How credit cards work
Let’s take a look at how a credit card works.
Except for a few states Credit Card Company’s set their own interest rates, usually between 5-15% for those with good credit. Those rates are annual but they are compounded daily. That means at the end of every day the debt incurred on that credit card has interest added to it.
Let’s assume that you have a credit card that has a $100 balance and a 15% interest rate. 15% divided into 30 days is .005. So for day one your calculation is 100(1+.005). Your balance is now $100.5. So on and so forth for thirty days or until you buy more on credit. You can however avoid paying interest if you pay it all before your bill comes.
Look out for late fees; cash advance fees, over limit fees and annual fees. Try not to use cash advances, they have a much higher interest rate. That’s bad because card companies will always add your payment to the lowest interest debt; you’ll be paying interest on that advance until you pay your way to it.
Whats your score?
I want you to read and memorize this next sentence: Your credit score is the most important thing about you! Your credit score can save you a lot of money or it can cost you. Having good credit gives you some leverage as a buyer. You’ll get a lower interest rate and you can borrow more money. So what is a credit score and how is it measured?
The break down
Record of paying bills on time 35%
Your debt to credit ratio 30%
Length of history 15%
New accounts and recent applications 10%
Other credit cards and loans 10%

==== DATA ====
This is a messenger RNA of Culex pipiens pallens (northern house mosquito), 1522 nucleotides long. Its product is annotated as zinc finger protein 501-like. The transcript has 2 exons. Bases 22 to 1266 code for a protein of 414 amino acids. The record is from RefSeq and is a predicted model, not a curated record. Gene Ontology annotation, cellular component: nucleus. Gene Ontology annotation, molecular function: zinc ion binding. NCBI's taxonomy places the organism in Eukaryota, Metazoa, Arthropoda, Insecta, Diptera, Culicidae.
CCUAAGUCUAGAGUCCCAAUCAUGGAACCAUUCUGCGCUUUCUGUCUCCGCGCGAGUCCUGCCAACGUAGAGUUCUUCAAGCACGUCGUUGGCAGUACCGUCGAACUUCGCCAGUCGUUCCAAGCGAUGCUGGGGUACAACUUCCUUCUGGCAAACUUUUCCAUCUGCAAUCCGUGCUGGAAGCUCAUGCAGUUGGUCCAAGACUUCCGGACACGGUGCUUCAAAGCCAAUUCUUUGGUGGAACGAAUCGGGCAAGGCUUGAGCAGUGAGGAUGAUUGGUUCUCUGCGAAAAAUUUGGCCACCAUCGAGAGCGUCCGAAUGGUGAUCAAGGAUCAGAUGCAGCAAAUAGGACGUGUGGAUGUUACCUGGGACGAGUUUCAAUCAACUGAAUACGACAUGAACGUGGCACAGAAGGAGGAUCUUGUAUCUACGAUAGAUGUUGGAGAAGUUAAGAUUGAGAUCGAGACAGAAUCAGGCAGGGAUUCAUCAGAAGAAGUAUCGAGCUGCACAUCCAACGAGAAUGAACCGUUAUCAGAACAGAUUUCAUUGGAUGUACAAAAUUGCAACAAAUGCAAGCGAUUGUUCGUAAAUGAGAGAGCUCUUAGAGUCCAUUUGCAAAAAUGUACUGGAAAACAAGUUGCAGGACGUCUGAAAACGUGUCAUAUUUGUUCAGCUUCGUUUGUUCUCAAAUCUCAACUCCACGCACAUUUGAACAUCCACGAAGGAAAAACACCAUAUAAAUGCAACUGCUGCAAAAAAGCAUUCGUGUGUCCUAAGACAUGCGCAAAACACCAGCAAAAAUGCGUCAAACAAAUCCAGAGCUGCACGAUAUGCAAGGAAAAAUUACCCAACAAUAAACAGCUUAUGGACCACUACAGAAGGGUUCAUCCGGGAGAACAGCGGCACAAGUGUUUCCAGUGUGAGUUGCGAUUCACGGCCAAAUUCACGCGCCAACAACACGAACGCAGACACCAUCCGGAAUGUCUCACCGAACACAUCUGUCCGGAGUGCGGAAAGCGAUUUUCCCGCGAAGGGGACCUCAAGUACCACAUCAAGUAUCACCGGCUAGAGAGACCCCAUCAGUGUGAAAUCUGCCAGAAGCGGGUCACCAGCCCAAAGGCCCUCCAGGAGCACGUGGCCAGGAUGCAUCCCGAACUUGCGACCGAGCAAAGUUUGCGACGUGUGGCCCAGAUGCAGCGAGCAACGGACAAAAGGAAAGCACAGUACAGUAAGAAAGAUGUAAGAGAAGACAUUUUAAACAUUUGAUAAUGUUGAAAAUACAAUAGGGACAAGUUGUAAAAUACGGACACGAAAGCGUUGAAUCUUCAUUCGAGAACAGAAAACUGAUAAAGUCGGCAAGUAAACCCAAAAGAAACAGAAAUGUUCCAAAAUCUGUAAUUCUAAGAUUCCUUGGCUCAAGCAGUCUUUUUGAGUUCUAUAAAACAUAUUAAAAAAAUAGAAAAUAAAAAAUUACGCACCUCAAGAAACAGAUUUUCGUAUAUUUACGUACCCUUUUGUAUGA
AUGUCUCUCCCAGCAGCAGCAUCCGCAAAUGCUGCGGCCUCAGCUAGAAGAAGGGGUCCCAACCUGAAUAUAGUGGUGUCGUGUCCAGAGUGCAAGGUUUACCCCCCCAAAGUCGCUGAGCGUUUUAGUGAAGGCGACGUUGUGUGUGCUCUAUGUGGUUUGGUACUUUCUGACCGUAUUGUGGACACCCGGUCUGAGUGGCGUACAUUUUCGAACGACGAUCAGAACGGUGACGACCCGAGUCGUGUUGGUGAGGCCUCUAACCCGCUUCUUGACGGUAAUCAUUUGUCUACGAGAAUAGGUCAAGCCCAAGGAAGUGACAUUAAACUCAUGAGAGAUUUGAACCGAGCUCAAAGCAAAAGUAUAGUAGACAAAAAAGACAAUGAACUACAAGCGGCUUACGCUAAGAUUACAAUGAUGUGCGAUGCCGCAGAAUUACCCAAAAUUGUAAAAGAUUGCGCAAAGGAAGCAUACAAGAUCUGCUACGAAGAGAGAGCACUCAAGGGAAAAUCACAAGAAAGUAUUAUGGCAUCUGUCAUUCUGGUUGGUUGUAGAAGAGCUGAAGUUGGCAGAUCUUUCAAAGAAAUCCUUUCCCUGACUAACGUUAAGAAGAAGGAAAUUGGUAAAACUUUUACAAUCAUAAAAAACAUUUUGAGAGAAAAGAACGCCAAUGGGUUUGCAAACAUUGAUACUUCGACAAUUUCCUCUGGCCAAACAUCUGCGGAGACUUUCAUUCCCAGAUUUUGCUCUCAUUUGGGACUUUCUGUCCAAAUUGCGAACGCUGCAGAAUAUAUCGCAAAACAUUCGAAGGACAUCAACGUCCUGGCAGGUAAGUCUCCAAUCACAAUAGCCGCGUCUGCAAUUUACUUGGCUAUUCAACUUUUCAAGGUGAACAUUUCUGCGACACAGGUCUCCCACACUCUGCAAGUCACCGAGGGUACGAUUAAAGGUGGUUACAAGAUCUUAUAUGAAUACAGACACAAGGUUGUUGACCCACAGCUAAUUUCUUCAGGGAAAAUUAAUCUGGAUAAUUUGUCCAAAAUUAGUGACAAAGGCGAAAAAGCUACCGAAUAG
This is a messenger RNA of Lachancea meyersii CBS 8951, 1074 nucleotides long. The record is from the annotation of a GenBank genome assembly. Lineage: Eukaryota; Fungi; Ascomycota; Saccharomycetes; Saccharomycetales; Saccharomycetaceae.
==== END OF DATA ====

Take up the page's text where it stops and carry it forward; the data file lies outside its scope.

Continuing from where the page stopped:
The next question is, how do you improve your credit score? Well do what matters most; pay your bills on time. Always pay something, even if it’s just the minimum. While your paying on time your also (hopefully) paying down the balance and improving your ratio. You want to shoot for about 50% but 25% is great.
Whats on your credit report?
When you make a payment on any type of debt the institution that issued the debt will report that payment to one of three credit bureaus: Equifax, Experian and TransUnion. Each bureau gets different information; for example your cellphone provider may report to Equifax and your credit card company may report to TransUnion. Everyone is entitled to one free report per year from each bureau.
Just call 877-322-8228 or go to annualcreditreport.com.
Its very important to check your reports to make sure that all of your payments are being reported. Also make sure that the things being reported are true, if you find a problem fix it. Otherwise it could cost you.
If you find a mistake file a dispute with that credit bureau, its the fastest way.